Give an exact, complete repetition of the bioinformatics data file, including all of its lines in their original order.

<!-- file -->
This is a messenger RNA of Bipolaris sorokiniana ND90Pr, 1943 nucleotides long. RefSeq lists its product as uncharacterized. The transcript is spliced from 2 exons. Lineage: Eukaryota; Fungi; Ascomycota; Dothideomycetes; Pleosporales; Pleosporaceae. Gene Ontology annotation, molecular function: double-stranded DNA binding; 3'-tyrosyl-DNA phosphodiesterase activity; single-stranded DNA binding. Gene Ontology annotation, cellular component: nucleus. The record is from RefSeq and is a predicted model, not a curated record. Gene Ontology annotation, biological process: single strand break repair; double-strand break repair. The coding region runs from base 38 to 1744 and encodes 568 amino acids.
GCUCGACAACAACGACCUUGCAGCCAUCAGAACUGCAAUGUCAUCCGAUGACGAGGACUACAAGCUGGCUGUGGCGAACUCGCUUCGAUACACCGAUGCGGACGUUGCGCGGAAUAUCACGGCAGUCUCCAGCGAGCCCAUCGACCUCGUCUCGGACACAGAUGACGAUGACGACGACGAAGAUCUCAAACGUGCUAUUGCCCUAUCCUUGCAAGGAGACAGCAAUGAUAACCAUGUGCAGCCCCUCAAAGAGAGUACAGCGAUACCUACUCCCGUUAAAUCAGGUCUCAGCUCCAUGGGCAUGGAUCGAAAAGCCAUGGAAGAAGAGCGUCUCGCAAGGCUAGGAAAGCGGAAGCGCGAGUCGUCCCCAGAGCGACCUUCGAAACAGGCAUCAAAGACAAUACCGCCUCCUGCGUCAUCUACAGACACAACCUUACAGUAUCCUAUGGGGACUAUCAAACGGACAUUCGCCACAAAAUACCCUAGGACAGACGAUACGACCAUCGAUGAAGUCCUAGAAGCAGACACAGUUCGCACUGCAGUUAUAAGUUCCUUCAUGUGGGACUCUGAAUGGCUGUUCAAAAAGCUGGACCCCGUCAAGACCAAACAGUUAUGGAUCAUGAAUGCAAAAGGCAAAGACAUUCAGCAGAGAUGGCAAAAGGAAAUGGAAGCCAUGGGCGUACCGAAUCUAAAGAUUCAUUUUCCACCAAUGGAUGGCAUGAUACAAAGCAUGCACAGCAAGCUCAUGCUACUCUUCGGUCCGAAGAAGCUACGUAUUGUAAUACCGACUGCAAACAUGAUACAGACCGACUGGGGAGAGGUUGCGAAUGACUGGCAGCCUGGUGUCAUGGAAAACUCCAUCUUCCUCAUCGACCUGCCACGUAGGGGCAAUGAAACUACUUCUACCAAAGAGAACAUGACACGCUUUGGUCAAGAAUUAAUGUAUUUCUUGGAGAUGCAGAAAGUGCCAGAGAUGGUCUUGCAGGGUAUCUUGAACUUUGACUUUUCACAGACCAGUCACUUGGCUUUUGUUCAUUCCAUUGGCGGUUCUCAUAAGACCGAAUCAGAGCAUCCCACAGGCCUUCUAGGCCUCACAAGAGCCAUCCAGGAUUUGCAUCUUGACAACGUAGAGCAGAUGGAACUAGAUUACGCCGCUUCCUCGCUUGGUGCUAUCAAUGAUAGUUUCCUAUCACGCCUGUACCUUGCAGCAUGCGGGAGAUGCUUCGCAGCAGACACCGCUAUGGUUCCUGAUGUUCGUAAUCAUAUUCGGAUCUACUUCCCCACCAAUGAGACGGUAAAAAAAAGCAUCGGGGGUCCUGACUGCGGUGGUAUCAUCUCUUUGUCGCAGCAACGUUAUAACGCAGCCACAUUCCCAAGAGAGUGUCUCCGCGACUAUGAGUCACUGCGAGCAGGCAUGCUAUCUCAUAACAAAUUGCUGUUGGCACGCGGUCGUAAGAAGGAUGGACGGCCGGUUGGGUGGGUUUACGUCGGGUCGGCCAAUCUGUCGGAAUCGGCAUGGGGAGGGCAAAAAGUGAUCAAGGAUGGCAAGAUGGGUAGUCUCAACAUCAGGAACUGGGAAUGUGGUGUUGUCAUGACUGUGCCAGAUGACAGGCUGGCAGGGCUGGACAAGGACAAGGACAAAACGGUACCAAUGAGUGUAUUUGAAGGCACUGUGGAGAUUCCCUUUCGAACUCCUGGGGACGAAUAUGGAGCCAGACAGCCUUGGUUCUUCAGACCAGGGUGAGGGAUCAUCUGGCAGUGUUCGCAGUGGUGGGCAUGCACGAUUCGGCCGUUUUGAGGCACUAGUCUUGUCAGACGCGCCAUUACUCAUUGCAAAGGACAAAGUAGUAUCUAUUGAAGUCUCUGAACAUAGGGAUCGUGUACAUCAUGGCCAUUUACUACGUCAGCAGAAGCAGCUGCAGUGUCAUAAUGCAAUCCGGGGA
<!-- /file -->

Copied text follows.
This is a messenger RNA of Bipolaris sorokiniana ND90Pr, 1943 nucleotides long. RefSeq lists its product as uncharacterized. The transcript is spliced from 2 exons. Lineage: Eukaryota; Fungi; Ascomycota; Dothideomycetes; Pleosporales; Pleosporaceae. Gene Ontology annotation, molecular function: double-stranded DNA binding; 3'-tyrosyl-DNA phosphodiesterase activity; single-stranded DNA binding. Gene Ontology annotation, cellular component: nucleus. The record is from RefSeq and is a predicted model, not a curated record. Gene Ontology annotation, biological process: single strand break repair; double-strand break repair. The coding region runs from base 38 to 1744 and encodes 568 amino acids.
GCUCGACAACAACGACCUUGCAGCCAUCAGAACUGCAAUGUCAUCCGAUGACGAGGACUACAAGCUGGCUGUGGCGAACUCGCUUCGAUACACCGAUGCGGACGUUGCGCGGAAUAUCACGGCAGUCUCCAGCGAGCCCAUCGACCUCGUCUCGGACACAGAUGACGAUGACGACGACGAAGAUCUCAAACGUGCUAUUGCCCUAUCCUUGCAAGGAGACAGCAAUGAUAACCAUGUGCAGCCCCUCAAAGAGAGUACAGCGAUACCUACUCCCGUUAAAUCAGGUCUCAGCUCCAUGGGCAUGGAUCGAAAAGCCAUGGAAGAAGAGCGUCUCGCAAGGCUAGGAAAGCGGAAGCGCGAGUCGUCCCCAGAGCGACCUUCGAAACAGGCAUCAAAGACAAUACCGCCUCCUGCGUCAUCUACAGACACAACCUUACAGUAUCCUAUGGGGACUAUCAAACGGACAUUCGCCACAAAAUACCCUAGGACAGACGAUACGACCAUCGAUGAAGUCCUAGAAGCAGACACAGUUCGCACUGCAGUUAUAAGUUCCUUCAUGUGGGACUCUGAAUGGCUGUUCAAAAAGCUGGACCCCGUCAAGACCAAACAGUUAUGGAUCAUGAAUGCAAAAGGCAAAGACAUUCAGCAGAGAUGGCAAAAGGAAAUGGAAGCCAUGGGCGUACCGAAUCUAAAGAUUCAUUUUCCACCAAUGGAUGGCAUGAUACAAAGCAUGCACAGCAAGCUCAUGCUACUCUUCGGUCCGAAGAAGCUACGUAUUGUAAUACCGACUGCAAACAUGAUACAGACCGACUGGGGAGAGGUUGCGAAUGACUGGCAGCCUGGUGUCAUGGAAAACUCCAUCUUCCUCAUCGACCUGCCACGUAGGGGCAAUGAAACUACUUCUACCAAAGAGAACAUGACACGCUUUGGUCAAGAAUUAAUGUAUUUCUUGGAGAUGCAGAAAGUGCCAGAGAUGGUCUUGCAGGGUAUCUUGAACUUUGACUUUUCACAGACCAGUCACUUGGCUUUUGUUCAUUCCAUUGGCGGUUCUCAUAAGACCGAAUCAGAGCAUCCCACAGGCCUUCUAGGCCUCACAAGAGCCAUCCAGGAUUUGCAUCUUGACAACGUAGAGCAGAUGGAACUAGAUUACGCCGCUUCCUCGCUUGGUGCUAUCAAUGAUAGUUUCCUAUCACGCCUGUACCUUGCAGCAUGCGGGAGAUGCUUCGCAGCAGACACCGCUAUGGUUCCUGAUGUUCGUAAUCAUAUUCGGAUCUACUUCCCCACCAAUGAGACGGUAAAAAAAAGCAUCGGGGGUCCUGACUGCGGUGGUAUCAUCUCUUUGUCGCAGCAACGUUAUAACGCAGCCACAUUCCCAAGAGAGUGUCUCCGCGACUAUGAGUCACUGCGAGCAGGCAUGCUAUCUCAUAACAAAUUGCUGUUGGCACGCGGUCGUAAGAAGGAUGGACGGCCGGUUGGGUGGGUUUACGUCGGGUCGGCCAAUCUGUCGGAAUCGGCAUGGGGAGGGCAAAAAGUGAUCAAGGAUGGCAAGAUGGGUAGUCUCAACAUCAGGAACUGGGAAUGUGGUGUUGUCAUGACUGUGCCAGAUGACAGGCUGGCAGGGCUGGACAAGGACAAGGACAAAACGGUACCAAUGAGUGUAUUUGAAGGCACUGUGGAGAUUCCCUUUCGAACUCCUGGGGACGAAUAUGGAGCCAGACAGCCUUGGUUCUUCAGACCAGGGUGAGGGAUCAUCUGGCAGUGUUCGCAGUGGUGGGCAUGCACGAUUCGGCCGUUUUGAGGCACUAGUCUUGUCAGACGCGCCAUUACUCAUUGCAAAGGACAAAGUAGUAUCUAUUGAAGUCUCUGAACAUAGGGAUCGUGUACAUCAUGGCCAUUUACUACGUCAGCAGAAGCAGCUGCAGUGUCAUAAUGCAAUCCGGGGA